Micronutrients – the importance of vitamins and minerals

Micronutrients – the importance of vitamins and minerals
Micronutrients – the importance of vitamins and minerals

[dropcap]T[/dropcap]he winter-spring transition is when I suffer spring fever. It’s not an illness but “rather a phenomenon thought to be initiated by a change in the season.” In my case it means weariness, low energy levels and lack of drive. This year I will rely on micronutrients in the form of vitamins and minerals to fight spring fever.

Those of you who have me in their Google+ circles know all about my last order or its delivery to be precise. I ordered a whole load of vitamins and minerals to boost my micronutrients intake.

I decided to address the symptoms of my spring fever and see if generous helpings of micronutrients will make any difference. It’s still early days for a review but here’s what I take:


Vitamin B is actually the umbrella of the eight vitamins referred to as Vitamin B complex. Together, these vitamins have a whole bunch of roles that ensure the smooth running of your system. They aid your immune system, nervous system, metabolic rate and your cell growth.

Vitamin B also helps to reduce the risk of cardio vascular disease. It also works towards the prevention of depression. If you are on a high protein diet, you need to ensure you take enough Vitamin B6. It helps to break down the protein and amino acids.

Natural sources of Vitamin B are fish, chicken breasts, nuts, potatoes, bananas, bread, cereals etc.


Vitamin C is probably the only vitamin that I remember growing up with. That’s probably because I used to get colds in the winters. Vitamin C fights colds and infections. It also aids the healing process of wounds and reducing the damage from pollutants such as cigarette smoke.

Green leafy vegetables and most fruits are rich in Vitamin C.


Technically speaking, Vitamin D isn’t a vitamin because the human body can produce it in response to UV exposure. Its most important function is to regulate calcium absorption and metabolism. It’s vital for your immune health and neuromuscular functioning.

Vitamin D is also linked to fat infiltration of muscle tissue which affects your strength and power. Low levels of Vitamin D increase the risk of fatty muscles. Sufficient levels of Vitamin D reduce your muscles’ fat infiltration.

Natural sources of Vitamin D are fatty fish (such as haddock, mackerel, trout, herring, salmon, sardines), fish liver oil, beef liver, egg yolks and diary products.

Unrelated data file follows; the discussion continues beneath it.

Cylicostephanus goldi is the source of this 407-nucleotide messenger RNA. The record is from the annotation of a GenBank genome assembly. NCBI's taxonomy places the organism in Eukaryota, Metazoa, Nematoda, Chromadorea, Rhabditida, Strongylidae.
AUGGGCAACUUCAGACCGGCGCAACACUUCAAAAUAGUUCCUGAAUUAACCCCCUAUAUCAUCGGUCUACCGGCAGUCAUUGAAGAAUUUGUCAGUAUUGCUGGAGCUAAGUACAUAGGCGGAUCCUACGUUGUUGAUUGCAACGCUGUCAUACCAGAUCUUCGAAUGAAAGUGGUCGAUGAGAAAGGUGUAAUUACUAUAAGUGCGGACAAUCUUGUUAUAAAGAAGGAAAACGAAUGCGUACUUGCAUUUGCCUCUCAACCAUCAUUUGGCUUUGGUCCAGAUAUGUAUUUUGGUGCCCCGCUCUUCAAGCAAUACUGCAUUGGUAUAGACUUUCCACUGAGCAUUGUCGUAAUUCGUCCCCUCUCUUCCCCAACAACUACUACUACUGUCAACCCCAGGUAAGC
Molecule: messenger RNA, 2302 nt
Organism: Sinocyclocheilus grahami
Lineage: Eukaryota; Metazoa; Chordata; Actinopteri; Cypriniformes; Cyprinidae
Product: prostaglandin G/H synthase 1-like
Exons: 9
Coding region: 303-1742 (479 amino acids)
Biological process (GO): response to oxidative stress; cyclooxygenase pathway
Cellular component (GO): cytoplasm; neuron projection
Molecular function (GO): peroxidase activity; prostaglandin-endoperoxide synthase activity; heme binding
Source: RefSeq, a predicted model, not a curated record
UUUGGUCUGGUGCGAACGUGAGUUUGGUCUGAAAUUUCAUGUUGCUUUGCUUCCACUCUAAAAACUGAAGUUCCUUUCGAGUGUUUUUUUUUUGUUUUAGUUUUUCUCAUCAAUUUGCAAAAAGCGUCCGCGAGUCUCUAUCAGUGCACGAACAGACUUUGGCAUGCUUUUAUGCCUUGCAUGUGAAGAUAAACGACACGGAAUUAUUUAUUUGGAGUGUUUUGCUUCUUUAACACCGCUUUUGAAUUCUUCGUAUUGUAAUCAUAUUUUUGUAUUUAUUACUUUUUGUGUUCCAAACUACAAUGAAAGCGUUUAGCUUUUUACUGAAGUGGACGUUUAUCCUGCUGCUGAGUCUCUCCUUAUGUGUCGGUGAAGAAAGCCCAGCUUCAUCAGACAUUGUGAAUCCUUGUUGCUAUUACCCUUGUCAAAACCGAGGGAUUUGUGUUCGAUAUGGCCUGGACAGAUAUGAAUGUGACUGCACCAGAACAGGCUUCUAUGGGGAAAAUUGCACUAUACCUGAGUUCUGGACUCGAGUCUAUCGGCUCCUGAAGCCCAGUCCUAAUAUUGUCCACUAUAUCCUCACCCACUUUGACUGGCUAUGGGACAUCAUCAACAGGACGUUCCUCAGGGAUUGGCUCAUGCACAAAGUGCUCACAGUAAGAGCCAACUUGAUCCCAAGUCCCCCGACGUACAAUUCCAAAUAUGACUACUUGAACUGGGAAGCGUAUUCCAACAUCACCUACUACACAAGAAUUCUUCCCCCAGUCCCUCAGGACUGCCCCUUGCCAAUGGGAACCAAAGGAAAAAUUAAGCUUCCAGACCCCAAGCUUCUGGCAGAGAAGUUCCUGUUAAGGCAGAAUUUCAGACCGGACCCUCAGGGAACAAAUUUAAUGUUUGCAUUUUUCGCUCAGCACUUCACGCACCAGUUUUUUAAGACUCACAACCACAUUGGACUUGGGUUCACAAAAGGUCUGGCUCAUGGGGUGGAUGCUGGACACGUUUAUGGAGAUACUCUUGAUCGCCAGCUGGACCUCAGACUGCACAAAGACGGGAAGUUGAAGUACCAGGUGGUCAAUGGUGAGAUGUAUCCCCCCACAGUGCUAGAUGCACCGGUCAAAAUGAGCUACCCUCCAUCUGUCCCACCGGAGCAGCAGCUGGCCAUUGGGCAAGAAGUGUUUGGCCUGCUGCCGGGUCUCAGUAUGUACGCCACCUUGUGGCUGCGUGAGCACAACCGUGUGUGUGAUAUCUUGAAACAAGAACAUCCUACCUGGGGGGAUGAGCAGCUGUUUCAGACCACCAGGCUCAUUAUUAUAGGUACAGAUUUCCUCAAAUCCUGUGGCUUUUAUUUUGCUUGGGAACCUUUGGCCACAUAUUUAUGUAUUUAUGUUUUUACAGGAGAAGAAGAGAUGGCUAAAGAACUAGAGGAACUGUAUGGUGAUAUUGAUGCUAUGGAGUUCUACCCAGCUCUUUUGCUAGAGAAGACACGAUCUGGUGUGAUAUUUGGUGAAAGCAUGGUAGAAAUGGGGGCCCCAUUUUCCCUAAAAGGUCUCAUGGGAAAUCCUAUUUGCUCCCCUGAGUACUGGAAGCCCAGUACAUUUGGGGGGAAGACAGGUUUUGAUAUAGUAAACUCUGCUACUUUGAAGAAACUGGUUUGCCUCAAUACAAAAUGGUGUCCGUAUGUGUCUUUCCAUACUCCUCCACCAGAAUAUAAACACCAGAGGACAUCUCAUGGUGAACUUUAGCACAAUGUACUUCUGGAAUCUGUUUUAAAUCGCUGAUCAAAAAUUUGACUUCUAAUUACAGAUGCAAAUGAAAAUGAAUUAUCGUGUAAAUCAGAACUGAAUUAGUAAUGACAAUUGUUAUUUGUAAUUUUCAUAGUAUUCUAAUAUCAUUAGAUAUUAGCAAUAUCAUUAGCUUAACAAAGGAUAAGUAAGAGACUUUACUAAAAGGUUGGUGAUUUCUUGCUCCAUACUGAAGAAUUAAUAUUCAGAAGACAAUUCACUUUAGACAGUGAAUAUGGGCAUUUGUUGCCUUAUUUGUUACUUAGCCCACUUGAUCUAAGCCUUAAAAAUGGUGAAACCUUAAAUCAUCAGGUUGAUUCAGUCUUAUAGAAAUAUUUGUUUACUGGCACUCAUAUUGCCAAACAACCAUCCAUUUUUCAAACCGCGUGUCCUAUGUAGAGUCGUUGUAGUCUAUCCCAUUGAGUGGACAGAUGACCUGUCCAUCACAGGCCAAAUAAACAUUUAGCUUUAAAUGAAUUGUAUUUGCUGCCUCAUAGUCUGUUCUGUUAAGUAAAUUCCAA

Vitamin E is actually a generic term for a group of chemicals. Vitamin E is a powerful antioxidant. It lessens the severity of inflammatory disorders. It slows down smooth muscle cells’ growth, involved in the development of arthrosclerosis.

Vitamin E can be found in spinach, tropical fruits, broccoli, oils, nuts, wheat.


I still remember my mother taking Omega 3 when I was a kid. I remember it because the tablets looked like very smooth Jelly beans. The list of Omega 3’s health benefits is endless: from improving blood pressure and cholesterol to decreasing inflammation and enhancing fat loss. It also helps build new muscle tissue faster while preserving existing gains.

Leafy green vegetables, vegetable oils, nuts, fish, eggs are all Omega 3 rich foods sources.


Zinc and Magnesium are the two most talked about minerals. The reason for that is a study published in October 2000’s issue of the Journal of Exercise Physiology. The study suggests that supplement containing zinc and magnesium may increase muscle strength and the levels of testosterone and insulin. Both of these hormones are involved in the muscle building process.

Zinc and Magnesium can be found in legumes, grains, yoghurt, nuts, seeds and shelfish.


BCAA stands for Branched Chain Amino Acids. They are the “building blocks” of your body, making 35% of your muscle mass.

Your body is capable of producing most of the 20 amino acids it needs. There are, however, 8-10 of them that it obtains through diet and/or supplementation.

BCAAs can be found in many food sources: meat, fish, vegetables, diary products, whey and whole grains, soy products etc.

Please remember that any change in your diet should be consulted with your General Practitioner or a dietician. You shouldn’t take more than the recommended daily intake, especially if you are taking your vitamins, minerals and other micronutrients from supplements.

[quote_box_center]Remember to drink plenty of water to help your body process the supplements.[/quote_box_center]

Scroll to Top